The Cubs were expected to improve this season, and they have. Through 34 games, are they exceeding expectations, or falling short? Yes. I’ll explain.
As we sneak up on a quarter of the Major League regular season having gone by, we’re coming up on a good measuring point for whether or not teams are performing up to expectations. The Cubs are an interesting study in this regard, having come into the season with many highly regarded prospects on the roster, signing Jon Lester, and bringing in Joe Maddon, all after coming off of five consecutive losing seasons. Have the Cubs exceeded our expectations, or are they merely as good as we expected?
After finishing off a four-game sweep of the New York Mets at Wrigley Field, the Cubs pushed their record to 19-15, which is good for second place in the NL Central. They still sit five games back of the St. Louis Cardinals, who currently have the best record in baseball, but would be hosting the Nationals in the Wild Card game if the season ended tonight.
Coming into the season, I think a lot of people expected progress out of the Cubs. They obviously are loaded with young players, many of which figure to struggle at times to adjust to the Major Leagues. If you had been asked back in March to envision a scenario where the Cubs would be on pace to win 90 games in mid-May, you’d likely have said that everything needed to break just right.
After all, the Cubs have had a pretty difficult early schedule. They’ve played seven different opponents so far, and five of those teams are either at or above .500 on the season. Nearly a third of their games have been played against teams sitting in first place, and even though their opponents’ combined record is only 118-118, that’s partially misleading. Even the worst teams, record-wise, on the Cubs schedule were performing at their best for the Cubbies.
The Brewers have been much more competitive since their 4-16 start to the season, having gone 8-7 since, a span of time that includes all six of the games the Cubs played against them. The Rockies, on the other hand, played the Cubs on the first weekend of the season. They started the year 10-7, but are just 1-12 since then. The Cubs haven’t really even hit the softer part of their schedule yet, and have performed well anyway.
You’d think that to be where they are right now, they’d need the young kids to all be performing above their expectations. But are they? This is a “long answer no, short answer yes” kind of question. I’ll try to explain that the best I can. Jorge Soler, Kris Bryant, and Addison Russell have been regulars on the Major League team for the majority of the year, with Bryant and Russell being called up later in April.
Bryant has shown fantastic patience at the plate, and has flashed some of his power lately as well. After a slow start, Russell has turned it on lately as well. He’s been hitting the ball extremely hard and watching his averages rise. Soler started of the season well, and although he’s struggled at times, his overall numbers have been pretty solid.
But these guys haven’t been perfect, as you might assume given the Cubs record. Strikeouts have been a major problem for all three. Here are their numbers at this point in the season, and what they project out like over a full year:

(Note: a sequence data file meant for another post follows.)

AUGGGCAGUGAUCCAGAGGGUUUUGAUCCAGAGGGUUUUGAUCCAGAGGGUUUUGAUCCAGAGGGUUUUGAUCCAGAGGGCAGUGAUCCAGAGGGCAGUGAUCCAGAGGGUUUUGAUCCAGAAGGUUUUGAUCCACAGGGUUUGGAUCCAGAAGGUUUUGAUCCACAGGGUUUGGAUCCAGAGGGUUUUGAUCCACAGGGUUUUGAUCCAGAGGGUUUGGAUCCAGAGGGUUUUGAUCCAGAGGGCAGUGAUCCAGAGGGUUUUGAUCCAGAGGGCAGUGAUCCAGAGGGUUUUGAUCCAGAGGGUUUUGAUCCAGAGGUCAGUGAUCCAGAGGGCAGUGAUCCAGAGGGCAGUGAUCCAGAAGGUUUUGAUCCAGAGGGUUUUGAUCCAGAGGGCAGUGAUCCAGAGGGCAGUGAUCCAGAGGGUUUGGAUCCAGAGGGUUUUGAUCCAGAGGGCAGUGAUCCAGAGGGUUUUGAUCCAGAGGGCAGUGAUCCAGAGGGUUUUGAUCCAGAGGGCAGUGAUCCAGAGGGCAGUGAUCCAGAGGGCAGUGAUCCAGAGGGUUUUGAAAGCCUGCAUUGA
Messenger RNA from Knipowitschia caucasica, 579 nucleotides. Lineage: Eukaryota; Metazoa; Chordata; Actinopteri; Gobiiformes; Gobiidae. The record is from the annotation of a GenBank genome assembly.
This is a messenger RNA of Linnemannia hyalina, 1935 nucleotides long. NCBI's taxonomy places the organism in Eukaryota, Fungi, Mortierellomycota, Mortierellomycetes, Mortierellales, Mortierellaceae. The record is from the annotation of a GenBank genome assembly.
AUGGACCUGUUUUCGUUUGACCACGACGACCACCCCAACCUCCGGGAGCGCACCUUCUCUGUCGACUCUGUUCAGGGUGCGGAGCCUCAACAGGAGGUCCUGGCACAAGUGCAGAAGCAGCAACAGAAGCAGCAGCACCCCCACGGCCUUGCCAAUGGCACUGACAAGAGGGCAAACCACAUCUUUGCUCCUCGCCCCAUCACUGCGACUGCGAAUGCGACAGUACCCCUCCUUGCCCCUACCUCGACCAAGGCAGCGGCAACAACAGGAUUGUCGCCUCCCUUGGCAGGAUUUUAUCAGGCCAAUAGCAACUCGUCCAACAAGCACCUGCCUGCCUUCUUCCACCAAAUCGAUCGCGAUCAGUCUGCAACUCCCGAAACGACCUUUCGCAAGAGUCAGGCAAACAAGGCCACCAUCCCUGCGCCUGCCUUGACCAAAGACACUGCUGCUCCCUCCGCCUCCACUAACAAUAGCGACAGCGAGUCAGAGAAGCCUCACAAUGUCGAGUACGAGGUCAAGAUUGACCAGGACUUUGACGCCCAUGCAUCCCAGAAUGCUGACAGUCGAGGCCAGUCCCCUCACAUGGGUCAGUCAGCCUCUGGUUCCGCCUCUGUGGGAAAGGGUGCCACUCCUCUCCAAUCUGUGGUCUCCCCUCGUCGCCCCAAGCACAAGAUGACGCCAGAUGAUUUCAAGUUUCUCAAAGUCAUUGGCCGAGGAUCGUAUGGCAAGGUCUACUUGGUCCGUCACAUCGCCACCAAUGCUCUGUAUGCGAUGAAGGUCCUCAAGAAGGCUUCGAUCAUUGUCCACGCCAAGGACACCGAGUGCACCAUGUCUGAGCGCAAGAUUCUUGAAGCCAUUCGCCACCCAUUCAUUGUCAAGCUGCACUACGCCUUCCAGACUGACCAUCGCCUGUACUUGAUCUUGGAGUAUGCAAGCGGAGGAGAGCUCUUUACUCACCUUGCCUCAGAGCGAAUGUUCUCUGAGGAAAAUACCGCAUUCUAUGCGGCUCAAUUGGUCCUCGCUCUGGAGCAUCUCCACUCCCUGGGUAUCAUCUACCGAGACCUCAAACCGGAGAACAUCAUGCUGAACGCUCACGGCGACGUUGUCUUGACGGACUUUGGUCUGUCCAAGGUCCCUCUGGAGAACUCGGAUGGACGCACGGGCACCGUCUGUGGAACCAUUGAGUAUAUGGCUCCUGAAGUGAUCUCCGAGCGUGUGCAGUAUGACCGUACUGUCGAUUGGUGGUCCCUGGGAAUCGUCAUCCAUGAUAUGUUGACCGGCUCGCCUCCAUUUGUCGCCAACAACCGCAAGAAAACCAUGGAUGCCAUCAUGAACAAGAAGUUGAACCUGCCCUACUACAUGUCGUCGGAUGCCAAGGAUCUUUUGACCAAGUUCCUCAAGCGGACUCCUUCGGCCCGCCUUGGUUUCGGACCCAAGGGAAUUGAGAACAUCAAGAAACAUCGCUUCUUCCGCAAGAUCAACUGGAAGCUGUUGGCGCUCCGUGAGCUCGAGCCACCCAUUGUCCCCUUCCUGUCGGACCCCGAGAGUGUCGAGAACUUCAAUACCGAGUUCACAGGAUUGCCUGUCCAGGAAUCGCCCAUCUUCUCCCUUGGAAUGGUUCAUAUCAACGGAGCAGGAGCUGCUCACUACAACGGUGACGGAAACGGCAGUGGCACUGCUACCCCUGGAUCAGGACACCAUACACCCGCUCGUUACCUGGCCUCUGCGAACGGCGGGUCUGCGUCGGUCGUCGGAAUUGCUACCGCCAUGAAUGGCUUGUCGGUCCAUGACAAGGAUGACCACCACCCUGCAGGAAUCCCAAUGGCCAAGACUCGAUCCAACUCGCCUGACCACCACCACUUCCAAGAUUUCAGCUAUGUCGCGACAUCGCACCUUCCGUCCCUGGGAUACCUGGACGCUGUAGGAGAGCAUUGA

*Note that the MLB record for strikeouts in a season is 223.
We haven’t seen anything close to what the best of these players is going to be. As the young guys on the roster continue to grow and improve, along with the growth and improvement of guys that are still on the way such as Javier Baez and Kyle Schwarber, we could be seeing the young Cubs hitters really come into their own later this season.
Anthony Rizzo is having an MVP-type season, hitting .333/.463/.598 on the season with seven home runs, seven stolen bases, and 19 runs driven in. Miguel Montero has been a pleasant surprise at the plate, posting a .924 OPS (and coming up with #WeAreGood, perhaps the best part of the Cubs season thus far). This is in large part because his at bats have largely been against right-handed pitchers, against whom he has excelled in his career. But the Cubs also have had some holes in their lineup.
Before the call-up of Russell, one of these holes was at second base. Even with Russell factored in, Cubs second-basemen have a combined OPS of .582 this season. Left field has been a dead spot as well, with Chris Coghlan, Matt Szczur, Junior Lake, and Chris Denorfia combining for a .217/.286/.383 line with four home runs.
Either through a trade, more prospects coming up later this year, or simply some positive regression from Coghlan (who has a ridiculously low .219 BABIP), the Cubs should figure out their problems in left field. It’s possible the return of Mike Olt could push Bryant out to left field too, although I believe the Cubs want Bryant to stick at third base long term.
The Cubs have had injuries in the bullpen, which has lead to some blown leads. It’s been written about ad nauseam, including by me over at Today’s Knuckleball. The sixth inning has been a mess for them, as Joe Maddon has been pretty candid about his reluctance to push his starters too hard early in the season. With Justin Grimm back in the ‘pen and looking strong, as well as Neil Ramirez on his way, the Cubs are getting stronger in this regard as well.
So are the Cubs exceeding expectations? I think it’s clear that they are. While they could experience regression in a few areas (I doubt Rizzo is going to finish the year with a .463 OBP, for example), I think there are more areas that they are going to continue to improve as the season progresses. It’s no longer a big question mark whether this team is going to contend for a playoff spot. They already are.